UK Opposition Slams Donations To Conservative Party By Indian Businessman
Britain’s Opposition Labour Party is calling for a freeze on the money donated by an Indian rice tycoon to the governing Conservative Party while he is under investigation by the Enforcement Directorate (ED) in India on fraud and money laundering allegations.
Karan Chanana, head of the global rice brand Amira, is being investigated by ED over claims that bank loans were unlawfully diverted into shell entities and is yet to respond to the allegations. He is believed to have donated around GBP 220,000 to the Conservatives through his British company Amira G. Foods since September 2019.
Margaret Hodge, a senior Labour MP and chair of the All Party Parliamentary Group (APPG) on Anti-Corruption and Responsible Tax, told the ‘Guardian’ newspaper on Saturday that the Tories should establish the source of these funds and freeze the money until the inquiries are completed.
“The Tories have been too dependent on major donors and have not been doing proper checks. They should now be forced to do so by new legislation,” she told the newspaper.
It comes after reports from Delhi revealed that the ED conducted search operations on May 2 at 21 locations in India connected to Chanana, the Indian company Amira Pure Foods and other parties under the Prevention of Money Laundering Act. Charges are yet to be filed in the case as the ED says further inquiries are continuing.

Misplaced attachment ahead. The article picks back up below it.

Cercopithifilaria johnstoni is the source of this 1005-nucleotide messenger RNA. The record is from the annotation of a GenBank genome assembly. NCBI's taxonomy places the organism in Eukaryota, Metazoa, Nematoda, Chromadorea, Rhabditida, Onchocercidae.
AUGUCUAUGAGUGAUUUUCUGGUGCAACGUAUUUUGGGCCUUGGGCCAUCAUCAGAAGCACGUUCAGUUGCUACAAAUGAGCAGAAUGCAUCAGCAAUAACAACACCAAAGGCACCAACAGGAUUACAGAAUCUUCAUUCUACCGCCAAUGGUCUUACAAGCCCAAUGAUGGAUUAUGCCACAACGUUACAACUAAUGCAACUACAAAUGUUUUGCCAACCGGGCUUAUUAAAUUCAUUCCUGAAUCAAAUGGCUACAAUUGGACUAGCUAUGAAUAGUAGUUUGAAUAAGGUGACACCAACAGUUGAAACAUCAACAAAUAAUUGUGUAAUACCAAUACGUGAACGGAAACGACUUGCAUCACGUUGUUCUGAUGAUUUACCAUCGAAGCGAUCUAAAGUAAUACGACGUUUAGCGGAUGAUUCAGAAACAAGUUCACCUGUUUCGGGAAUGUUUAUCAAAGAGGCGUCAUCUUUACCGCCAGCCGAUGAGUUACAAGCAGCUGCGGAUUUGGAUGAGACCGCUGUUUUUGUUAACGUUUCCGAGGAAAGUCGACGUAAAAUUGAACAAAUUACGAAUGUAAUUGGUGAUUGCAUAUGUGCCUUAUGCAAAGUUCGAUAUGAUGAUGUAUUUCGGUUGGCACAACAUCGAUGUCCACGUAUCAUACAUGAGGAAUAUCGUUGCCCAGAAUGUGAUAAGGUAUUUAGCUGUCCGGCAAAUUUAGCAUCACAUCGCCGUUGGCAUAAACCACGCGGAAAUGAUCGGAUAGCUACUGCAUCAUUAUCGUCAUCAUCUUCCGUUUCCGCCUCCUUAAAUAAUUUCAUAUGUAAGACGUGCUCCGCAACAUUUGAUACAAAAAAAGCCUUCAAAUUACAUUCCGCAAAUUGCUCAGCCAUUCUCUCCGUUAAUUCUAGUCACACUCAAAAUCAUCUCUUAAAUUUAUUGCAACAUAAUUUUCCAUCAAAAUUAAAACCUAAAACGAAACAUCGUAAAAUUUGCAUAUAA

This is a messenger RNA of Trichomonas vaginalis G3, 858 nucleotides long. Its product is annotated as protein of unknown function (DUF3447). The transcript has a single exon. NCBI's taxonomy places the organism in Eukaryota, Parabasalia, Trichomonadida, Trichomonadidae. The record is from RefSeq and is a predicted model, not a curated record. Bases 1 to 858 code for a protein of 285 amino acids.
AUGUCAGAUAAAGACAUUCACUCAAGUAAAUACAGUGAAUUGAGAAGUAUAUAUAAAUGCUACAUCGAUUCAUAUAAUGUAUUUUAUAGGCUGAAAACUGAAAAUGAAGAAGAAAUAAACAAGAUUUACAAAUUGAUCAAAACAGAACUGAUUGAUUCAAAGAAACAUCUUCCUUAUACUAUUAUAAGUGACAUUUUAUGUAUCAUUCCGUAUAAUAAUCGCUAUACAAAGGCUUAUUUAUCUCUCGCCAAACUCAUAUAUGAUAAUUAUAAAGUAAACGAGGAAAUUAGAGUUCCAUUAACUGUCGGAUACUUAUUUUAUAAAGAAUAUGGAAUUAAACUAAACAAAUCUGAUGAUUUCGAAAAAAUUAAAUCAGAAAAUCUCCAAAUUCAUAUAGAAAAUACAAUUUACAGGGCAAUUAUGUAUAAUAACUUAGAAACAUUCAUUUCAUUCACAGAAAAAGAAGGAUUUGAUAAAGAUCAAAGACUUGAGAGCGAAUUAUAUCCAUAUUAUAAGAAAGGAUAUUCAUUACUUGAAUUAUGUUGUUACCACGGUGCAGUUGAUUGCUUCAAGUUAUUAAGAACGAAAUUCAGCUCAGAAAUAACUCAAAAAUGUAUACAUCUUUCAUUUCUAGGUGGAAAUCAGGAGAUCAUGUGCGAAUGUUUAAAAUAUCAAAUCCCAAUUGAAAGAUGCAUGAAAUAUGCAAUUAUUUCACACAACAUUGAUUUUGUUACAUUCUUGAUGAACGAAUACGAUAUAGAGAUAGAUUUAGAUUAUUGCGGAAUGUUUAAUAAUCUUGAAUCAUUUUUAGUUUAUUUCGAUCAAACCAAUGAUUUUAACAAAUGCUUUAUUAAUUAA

“Investigations revealed that the accused entities in connivance with each other as well as other related/unrelated entities have illegally diverted loan funds sanctioned by the consortium of banks by way of transferring loan funds into the accounts of various shell entities under the guise of genuine business transactions,” the newspaper quoted an ED statement as saying.
“It was also known that Karan A Chanana had donated to a political party of [the] United Kingdom since 2019…while the accused entity had itself defaulted on repayment loans,” the statement adds.
Amira Nature Foods was listed on the New York stock exchange in October 2012, specialising in Indian basmati rice grown in the foothills of the Himalayas. Chanana, its chairman and chief executive, operated the business from its headquarters in the Gold Tower in Dubai, while its official company registration was in the British Virgin Islands.
Its subsidiaries included Amira Pure Foods in India, now under investigation, and Amira G. Foods in the UK, according to corporate filings.
The probe in India follows a consortium of banks headed by Canara Bank filing a report with the Central Bureau of Investigation (CBI) in November 2020 alleging bank fraud.
(Except for the headline, this story has not been edited by NDTV staff and is published from a syndicated feed.)